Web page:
The Monitor is a weekly column devoted to everything happening in the WIRED world of culture, from movies to memes, TV to Twitter.
Future generations will acknowledge the vibe shift. It happened last weekend, when all of a sudden social media feeds filled with images of Pope Francis, typically a pious and plain dude, looking like a boss in a sleek white puffer coat. It was instantly a meme, a LOL in a sea of bad news. It was also not real. Someone created the image using the artificial intelligence tool Midjourney. But it fooled a lot of people—so many that news outlets began calling it “one of the first instances of wide-scale misinformation stemming from artificial intelligence.”
Just typing that sentence feels haunting. Like the first time you see someone in a red cloak in The Handmaid’s Tale. Not that this portends dystopia. It was, after all, just one image of the pope looking fly. But what if it was an image declaring itself to be a battlefield in the war in Ukraine? Or of President Biden taking some kind of secret meeting? The possibilities of AI generating that kind of misinformation are daunting.
Getting scores of people to fall for a disastrous deepfake of Volodymyr Zelensky takes a little more work than misleading them with a goofy picture of a pontiff, of course. As Charlie Warzel pointed out in The Atlantic this week, everyone uses “different heuristics to try to suss out truth,” and it’s easier to believe Pope Francis would wear a puffer than that, say, those AI images of former president Donald Trump getting arrested are real. So it’s not hard to see why so many just saw them, giggled, and kept scrolling without questioning their authenticity.
But this does set a troubling precedent. The creator of the Pope Coat image wasn’t attempting to mislead anyone. In fact, he told BuzzFeed News he was just tripping on shrooms and trying to think of funny images. But what if it was part of a misinformation campaign? A lot of AI-generated content is already so clean that it’s hard for human eyes and ears to detect its origins.
Viewers would probably never have known that Anthony Bourdain’s voice was faked in the documentary Roadrunner if director Morgan Neville hadn’t told The New Yorker. Deepfakes are already being used as political tools. As it is, skeptics can consult trusted news sources if they suspect an image is fake, but trust in the news media is already approaching record lows. If anyone can now generate an image of anything, and faith in any source that might debunk that image is at an all-time low, who is going to believe their lying eyes?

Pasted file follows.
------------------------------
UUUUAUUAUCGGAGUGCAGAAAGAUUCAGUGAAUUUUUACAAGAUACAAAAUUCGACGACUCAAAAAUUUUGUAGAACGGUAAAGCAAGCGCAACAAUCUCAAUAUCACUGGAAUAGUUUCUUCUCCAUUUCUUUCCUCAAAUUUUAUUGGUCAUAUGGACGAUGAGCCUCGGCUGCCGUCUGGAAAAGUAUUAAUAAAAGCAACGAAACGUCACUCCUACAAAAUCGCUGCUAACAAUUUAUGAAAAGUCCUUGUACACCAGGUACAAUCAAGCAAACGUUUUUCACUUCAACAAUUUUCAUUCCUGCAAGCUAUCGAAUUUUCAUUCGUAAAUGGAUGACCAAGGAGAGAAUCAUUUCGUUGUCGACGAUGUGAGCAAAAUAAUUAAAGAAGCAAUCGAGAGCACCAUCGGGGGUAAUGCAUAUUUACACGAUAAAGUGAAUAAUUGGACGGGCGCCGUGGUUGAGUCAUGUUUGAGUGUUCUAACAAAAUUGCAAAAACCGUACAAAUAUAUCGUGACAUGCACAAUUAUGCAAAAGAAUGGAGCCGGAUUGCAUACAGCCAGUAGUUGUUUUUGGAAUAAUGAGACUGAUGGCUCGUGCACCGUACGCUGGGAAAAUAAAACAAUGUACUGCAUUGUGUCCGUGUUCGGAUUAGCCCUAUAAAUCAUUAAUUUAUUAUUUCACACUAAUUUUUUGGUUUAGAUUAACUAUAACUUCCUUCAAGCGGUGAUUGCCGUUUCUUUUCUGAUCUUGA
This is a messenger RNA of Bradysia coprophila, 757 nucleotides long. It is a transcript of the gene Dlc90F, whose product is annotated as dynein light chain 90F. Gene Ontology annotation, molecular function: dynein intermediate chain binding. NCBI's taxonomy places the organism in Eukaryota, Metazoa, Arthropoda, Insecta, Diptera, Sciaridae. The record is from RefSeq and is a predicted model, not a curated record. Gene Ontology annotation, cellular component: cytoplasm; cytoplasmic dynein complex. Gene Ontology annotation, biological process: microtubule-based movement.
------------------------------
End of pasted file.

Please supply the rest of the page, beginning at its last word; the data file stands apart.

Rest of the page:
A few days after the AI-generated images of Pope Francis went viral, the pontiff was taken to a hospital in Rome for a respiratory infection. He’s been improving ever since, but as that (real) news spread, it got a bit lost amidst stories of the fake image. The pope was trending for two very different reasons, and at first glance it was hard to determine which was the one of substance.
The era of social media has transformed the Very Online into pretty good sleuths. Skepticism reigns. But so do conspiracy theories. Beyond the post-truth era is a time when convincing images, text, and even video can be generated from thin air. One of the internet’s great promises was that anyone could broadcast information to a much larger audience than before. For years, the liars have been easier to spot: bad URLs, shitty photoshop, typos—all these things gave the scoundrels away. AI can smooth their mistakes. I’m not Chicken Little, but maybe I just haven’t yet been fooled by an image of the falling sky.
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